Home Depot earnings: 3 things to watch

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A Home Depot employee is seen outside a store in Los Angeles, California March 17, 2015. (REUTERS/Lucy Nicholson/File Photo)

Home Depot (HD) investors have pushed the stock to near record highs heading into the retailer's second-quarter earnings report. Here's what investors will be watching for when the home-improvement giant posts its results on Tuesday, Aug. 15.

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Customer traffic

It's a safe bet that the company will announce solid sales growth this week. After all, a rising housing market has powered 5% or better comparable-store sales in each of the last three years. Comps for its fiscal first quarter kept that impressive trend alive and implied continued market share gains. At 5.5%, its growth pace nearly triple rival Lowe's (LOW) result.

Yet looking behind that comps figure reveals a sharp slowdown in customer traffic growth lately. Gains in this metric were 4% in 2015, 3% last year, and dipped to below 2% to kick off fiscal 2017.

The good news is Home Depot has offset the slump with higher average spending, thanks mainly to its success at catering to professional clients. Still, investors will want to see a healthy mix of rising spending and increased traffic. As for the overall growth pace, Home Depot's latest outlook calls for comps to improve by 4.6% for the full fiscal year, for a decent gap over Lowe's 3.5% target.

Profitability

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Profitability is also on a long-term upswing for this retailer, with operating margin improving almost 2 full percentage points since 2015 to 15% of sales. Given that Lowe's is closer to 9%, it's not hard to see why Wall Street is placing such a premium on the market leader these days. Home Depot's stock is valued at about 2 times the past year of sales, or double Lowe's valuation.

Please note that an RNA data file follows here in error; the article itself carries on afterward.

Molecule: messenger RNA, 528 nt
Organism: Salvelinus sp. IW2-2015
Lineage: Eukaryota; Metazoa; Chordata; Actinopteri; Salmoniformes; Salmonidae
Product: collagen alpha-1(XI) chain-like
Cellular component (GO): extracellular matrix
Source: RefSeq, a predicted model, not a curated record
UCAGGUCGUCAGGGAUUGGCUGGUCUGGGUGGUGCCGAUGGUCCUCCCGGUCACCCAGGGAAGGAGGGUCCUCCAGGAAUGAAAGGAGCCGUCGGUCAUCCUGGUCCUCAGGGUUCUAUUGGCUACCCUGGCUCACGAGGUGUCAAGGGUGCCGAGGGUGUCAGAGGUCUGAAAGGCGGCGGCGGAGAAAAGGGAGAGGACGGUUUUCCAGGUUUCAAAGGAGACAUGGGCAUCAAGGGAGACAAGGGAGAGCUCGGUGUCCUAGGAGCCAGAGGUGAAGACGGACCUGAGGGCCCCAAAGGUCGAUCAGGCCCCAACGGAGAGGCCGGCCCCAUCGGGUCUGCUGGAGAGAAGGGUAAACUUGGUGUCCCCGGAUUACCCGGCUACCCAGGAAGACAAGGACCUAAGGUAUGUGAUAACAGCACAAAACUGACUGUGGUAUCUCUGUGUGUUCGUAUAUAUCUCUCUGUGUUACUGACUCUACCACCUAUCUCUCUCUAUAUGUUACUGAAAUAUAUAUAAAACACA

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There are many potential factors that could bring profitability lower, though -- especially initiatives aimed at bulking up the e-commerce infrastructure. Home Depot has been pouring investments into this area, and the focus has helped push digital sales up to a solid 6% of the business. E-commerce revenue rose 23% last quarter to mark an increase over the prior year's 19% boost.

With online-based competitors targeting its market niche, Home Depot can't afford to relax its investment pace. It recently rolled out a buy-online-ship-from-store functionality, for example. Improvements like these are necessary to keep customers engaged, but they also might lead to at least a temporary drop in earnings growth.

Cash returns

Home Depot is one of the most financially efficient businesses on the stock market. In fact, its return on invested capital figure is nearly 30% to lead almost all of its fellow Dow components.

The retailer's capital allocation strategy plays a big role in that efficiency as dividend payments and stock repurchases combine to supercharge shareholder returns. Home Depot has spent $7 billion in each of the last three years on share repurchases, pushing the share count far lower in the process. Its dividend, meanwhile, was just raised 29% and its payout ratio target, at 55%, is far more aggressive than Lowe's 35%.

Home Depot is expecting to lower its stock buyback spending to $5 billion this year. However, that was the same total the retailer initially targeted in 2016 before management decided late in the year to hike repurchases back up to a $7 billion rate. CEO Craig Menear and his executive team likely wouldn't make a move like that again in 2017 unless operating results come in surprisingly strong over the next few quarters.

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Demitrios Kalogeropoulos owns shares of Home Depot. The Motley Fool recommends Home Depot and Lowe's. The Motley Fool has a disclosure policy.